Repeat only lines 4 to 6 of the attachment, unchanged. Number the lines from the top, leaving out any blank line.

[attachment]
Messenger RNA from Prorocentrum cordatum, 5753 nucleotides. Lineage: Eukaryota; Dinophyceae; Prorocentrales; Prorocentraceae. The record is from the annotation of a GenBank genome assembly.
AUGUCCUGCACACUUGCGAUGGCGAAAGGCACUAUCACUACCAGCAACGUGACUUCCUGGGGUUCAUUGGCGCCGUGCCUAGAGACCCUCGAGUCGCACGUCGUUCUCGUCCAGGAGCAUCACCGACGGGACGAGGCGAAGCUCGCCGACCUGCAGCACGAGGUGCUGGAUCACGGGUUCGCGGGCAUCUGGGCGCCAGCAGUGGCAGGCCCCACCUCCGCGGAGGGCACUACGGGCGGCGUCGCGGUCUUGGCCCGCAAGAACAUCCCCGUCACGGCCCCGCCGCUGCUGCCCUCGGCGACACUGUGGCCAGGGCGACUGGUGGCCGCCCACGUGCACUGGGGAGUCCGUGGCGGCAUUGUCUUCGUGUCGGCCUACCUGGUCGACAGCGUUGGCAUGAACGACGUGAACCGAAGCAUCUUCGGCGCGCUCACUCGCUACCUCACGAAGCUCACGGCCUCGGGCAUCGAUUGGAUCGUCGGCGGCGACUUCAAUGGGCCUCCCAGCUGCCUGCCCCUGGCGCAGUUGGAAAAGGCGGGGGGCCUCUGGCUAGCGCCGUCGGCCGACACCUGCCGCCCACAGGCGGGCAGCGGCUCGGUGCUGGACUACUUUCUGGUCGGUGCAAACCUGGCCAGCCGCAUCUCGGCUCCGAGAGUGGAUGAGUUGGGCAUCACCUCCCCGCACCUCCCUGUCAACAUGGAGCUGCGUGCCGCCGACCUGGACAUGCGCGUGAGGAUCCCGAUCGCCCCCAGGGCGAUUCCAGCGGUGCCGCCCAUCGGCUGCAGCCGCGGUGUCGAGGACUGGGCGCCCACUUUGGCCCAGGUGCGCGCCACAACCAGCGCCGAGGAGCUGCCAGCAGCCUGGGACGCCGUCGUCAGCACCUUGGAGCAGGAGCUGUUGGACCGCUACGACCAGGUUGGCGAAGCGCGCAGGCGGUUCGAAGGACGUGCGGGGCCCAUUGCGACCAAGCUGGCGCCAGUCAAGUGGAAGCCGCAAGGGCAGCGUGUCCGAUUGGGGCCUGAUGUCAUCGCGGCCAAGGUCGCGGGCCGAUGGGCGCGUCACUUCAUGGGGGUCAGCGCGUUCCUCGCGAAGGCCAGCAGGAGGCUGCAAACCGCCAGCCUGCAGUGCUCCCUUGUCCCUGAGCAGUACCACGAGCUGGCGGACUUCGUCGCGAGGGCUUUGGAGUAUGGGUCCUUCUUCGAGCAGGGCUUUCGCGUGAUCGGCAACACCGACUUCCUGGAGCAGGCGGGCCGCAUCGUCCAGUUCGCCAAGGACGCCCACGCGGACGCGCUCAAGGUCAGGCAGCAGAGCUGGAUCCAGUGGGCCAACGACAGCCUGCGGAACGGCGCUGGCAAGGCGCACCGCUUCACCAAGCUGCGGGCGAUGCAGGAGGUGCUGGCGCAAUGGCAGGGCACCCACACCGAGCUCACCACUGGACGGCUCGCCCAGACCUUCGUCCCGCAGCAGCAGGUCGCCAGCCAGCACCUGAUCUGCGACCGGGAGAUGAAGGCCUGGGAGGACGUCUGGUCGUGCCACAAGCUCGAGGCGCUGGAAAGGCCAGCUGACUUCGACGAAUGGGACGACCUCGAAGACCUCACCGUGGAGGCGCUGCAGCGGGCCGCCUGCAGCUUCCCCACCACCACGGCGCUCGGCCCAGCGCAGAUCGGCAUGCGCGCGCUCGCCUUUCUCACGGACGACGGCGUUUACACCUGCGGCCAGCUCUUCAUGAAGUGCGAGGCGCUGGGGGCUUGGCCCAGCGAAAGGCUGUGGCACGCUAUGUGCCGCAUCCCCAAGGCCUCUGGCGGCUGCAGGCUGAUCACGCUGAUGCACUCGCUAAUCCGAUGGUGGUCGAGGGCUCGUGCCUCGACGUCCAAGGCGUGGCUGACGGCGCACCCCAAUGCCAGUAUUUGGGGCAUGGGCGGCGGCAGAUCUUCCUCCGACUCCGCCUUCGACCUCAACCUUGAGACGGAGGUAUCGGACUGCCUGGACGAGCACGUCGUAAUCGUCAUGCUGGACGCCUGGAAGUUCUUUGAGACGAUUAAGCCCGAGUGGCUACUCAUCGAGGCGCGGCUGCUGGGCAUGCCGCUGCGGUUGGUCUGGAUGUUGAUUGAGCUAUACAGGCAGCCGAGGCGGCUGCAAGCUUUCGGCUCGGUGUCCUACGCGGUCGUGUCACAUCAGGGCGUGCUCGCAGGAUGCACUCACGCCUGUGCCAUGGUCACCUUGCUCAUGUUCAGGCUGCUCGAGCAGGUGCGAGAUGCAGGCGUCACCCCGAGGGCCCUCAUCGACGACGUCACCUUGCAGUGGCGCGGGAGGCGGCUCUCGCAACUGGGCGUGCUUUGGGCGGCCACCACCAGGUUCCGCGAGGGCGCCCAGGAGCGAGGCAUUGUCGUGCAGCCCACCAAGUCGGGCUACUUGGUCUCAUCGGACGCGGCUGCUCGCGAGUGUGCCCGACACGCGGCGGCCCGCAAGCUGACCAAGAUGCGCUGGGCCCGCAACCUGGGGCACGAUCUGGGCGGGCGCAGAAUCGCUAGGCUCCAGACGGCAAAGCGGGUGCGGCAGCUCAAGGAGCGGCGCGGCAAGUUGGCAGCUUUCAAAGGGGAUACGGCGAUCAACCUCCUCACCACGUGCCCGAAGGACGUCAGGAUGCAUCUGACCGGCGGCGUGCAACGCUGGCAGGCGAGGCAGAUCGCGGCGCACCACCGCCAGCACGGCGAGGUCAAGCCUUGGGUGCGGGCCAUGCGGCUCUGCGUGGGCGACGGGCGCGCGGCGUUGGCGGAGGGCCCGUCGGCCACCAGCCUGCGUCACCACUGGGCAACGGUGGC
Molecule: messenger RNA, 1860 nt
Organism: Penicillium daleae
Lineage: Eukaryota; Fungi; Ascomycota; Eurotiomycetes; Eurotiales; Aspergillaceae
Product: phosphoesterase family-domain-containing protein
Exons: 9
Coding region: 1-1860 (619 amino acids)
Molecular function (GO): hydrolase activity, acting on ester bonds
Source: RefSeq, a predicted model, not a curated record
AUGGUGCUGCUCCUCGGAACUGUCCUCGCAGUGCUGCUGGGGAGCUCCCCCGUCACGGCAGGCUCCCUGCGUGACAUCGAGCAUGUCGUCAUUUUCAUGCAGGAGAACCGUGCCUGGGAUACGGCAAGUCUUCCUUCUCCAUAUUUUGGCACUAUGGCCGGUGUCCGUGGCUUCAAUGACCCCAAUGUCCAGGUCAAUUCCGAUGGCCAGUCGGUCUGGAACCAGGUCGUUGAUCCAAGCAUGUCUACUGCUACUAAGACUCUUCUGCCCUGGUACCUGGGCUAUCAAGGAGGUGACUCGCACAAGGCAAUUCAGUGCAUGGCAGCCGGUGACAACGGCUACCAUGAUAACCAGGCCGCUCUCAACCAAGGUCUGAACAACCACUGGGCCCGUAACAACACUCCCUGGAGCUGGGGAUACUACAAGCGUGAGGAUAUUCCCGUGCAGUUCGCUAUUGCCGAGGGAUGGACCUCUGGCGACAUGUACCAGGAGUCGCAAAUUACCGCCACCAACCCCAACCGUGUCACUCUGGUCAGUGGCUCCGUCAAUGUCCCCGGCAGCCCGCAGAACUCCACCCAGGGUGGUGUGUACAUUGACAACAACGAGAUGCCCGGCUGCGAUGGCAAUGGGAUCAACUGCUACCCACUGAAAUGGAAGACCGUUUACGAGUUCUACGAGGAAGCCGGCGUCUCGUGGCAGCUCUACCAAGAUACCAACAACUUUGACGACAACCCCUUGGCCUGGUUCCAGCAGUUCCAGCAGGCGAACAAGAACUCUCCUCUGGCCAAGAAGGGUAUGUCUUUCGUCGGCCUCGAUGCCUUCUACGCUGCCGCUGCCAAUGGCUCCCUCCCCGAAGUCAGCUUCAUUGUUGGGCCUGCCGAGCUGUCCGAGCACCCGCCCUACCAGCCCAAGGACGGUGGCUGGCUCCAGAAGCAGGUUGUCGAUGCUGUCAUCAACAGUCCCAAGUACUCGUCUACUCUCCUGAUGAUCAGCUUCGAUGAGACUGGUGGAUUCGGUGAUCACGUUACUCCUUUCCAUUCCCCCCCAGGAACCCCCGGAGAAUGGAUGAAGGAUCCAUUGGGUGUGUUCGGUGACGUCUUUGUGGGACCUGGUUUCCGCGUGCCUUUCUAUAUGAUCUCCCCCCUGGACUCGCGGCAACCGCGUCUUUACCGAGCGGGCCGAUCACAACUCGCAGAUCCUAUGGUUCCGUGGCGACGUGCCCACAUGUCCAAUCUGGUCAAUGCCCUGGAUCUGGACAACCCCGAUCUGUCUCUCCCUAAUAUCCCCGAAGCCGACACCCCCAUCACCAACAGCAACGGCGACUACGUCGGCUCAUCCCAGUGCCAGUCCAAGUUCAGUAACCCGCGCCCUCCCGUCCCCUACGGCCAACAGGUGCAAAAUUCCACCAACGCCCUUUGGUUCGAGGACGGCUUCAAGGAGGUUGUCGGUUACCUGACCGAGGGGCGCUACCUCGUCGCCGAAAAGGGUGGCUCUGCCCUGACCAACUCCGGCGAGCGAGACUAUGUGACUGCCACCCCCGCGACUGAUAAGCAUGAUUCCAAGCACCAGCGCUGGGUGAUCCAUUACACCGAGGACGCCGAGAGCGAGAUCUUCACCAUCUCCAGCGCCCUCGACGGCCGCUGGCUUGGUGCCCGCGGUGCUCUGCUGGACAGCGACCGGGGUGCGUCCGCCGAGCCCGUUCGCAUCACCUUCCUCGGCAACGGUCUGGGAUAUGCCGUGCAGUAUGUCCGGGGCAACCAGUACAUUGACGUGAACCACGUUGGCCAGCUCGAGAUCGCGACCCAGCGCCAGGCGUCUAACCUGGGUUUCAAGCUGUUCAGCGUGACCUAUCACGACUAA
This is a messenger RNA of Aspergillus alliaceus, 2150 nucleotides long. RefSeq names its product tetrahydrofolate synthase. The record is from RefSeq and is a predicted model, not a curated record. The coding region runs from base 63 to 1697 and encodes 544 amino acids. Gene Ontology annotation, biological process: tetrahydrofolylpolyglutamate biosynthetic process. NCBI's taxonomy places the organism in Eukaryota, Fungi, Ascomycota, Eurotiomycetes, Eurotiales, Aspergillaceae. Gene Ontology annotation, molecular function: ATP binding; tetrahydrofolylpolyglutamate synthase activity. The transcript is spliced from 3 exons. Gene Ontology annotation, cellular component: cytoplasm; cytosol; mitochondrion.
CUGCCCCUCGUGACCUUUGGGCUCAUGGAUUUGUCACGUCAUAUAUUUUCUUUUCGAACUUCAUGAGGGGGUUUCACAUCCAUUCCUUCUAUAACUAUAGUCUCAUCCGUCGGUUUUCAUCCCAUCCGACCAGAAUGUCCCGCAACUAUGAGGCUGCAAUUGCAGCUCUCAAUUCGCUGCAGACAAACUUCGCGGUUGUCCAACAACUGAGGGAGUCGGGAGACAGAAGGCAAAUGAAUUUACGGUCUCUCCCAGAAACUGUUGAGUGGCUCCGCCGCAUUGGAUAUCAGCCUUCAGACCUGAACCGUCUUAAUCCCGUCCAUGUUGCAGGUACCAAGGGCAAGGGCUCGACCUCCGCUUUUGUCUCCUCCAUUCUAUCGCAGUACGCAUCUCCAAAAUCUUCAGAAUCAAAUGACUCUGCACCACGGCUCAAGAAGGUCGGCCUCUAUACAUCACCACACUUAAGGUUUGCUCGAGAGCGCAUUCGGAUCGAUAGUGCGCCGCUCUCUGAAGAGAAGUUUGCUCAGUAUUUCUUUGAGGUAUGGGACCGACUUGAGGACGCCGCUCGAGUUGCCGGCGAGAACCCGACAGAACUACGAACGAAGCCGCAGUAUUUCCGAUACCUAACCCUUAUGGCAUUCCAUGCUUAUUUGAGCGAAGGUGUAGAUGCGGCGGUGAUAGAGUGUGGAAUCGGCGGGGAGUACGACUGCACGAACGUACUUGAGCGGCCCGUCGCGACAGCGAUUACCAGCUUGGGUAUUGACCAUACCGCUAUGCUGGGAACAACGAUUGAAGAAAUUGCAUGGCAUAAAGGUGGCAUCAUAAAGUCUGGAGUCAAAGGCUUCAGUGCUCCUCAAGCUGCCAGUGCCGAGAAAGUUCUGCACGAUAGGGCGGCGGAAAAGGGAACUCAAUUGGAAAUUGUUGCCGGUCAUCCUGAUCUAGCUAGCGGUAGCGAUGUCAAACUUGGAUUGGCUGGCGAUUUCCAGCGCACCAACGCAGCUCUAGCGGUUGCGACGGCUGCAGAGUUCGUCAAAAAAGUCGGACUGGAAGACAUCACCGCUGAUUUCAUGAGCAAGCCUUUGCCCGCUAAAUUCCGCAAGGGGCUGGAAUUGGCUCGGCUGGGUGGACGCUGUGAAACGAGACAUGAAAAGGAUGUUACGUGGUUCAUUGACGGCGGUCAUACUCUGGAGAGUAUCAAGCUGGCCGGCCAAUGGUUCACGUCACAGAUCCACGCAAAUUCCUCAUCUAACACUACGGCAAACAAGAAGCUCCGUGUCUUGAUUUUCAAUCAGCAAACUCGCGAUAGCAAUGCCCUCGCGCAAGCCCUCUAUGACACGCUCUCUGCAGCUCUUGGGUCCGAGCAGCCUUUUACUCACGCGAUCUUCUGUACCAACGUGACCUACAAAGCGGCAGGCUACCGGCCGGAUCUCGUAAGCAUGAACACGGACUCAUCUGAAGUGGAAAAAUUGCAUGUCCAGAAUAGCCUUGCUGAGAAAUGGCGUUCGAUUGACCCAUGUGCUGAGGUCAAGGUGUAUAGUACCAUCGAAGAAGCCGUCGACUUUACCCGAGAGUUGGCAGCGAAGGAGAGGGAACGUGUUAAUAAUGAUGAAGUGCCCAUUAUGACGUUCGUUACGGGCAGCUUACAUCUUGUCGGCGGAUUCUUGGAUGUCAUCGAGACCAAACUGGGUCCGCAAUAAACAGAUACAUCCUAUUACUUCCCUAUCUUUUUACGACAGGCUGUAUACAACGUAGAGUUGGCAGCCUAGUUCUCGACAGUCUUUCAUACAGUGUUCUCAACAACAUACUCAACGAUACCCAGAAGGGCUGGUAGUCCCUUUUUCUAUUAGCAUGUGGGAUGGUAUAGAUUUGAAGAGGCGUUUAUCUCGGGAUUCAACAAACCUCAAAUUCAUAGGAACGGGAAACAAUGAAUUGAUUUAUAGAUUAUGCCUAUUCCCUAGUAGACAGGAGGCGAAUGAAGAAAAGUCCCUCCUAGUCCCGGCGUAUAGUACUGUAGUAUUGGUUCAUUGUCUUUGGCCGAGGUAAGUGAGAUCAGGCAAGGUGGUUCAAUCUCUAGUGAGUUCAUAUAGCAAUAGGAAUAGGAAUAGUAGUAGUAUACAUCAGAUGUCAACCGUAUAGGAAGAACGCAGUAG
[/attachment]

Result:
Organism: Penicillium daleae
Lineage: Eukaryota; Fungi; Ascomycota; Eurotiomycetes; Eurotiales; Aspergillaceae
Product: phosphoesterase family-domain-containing protein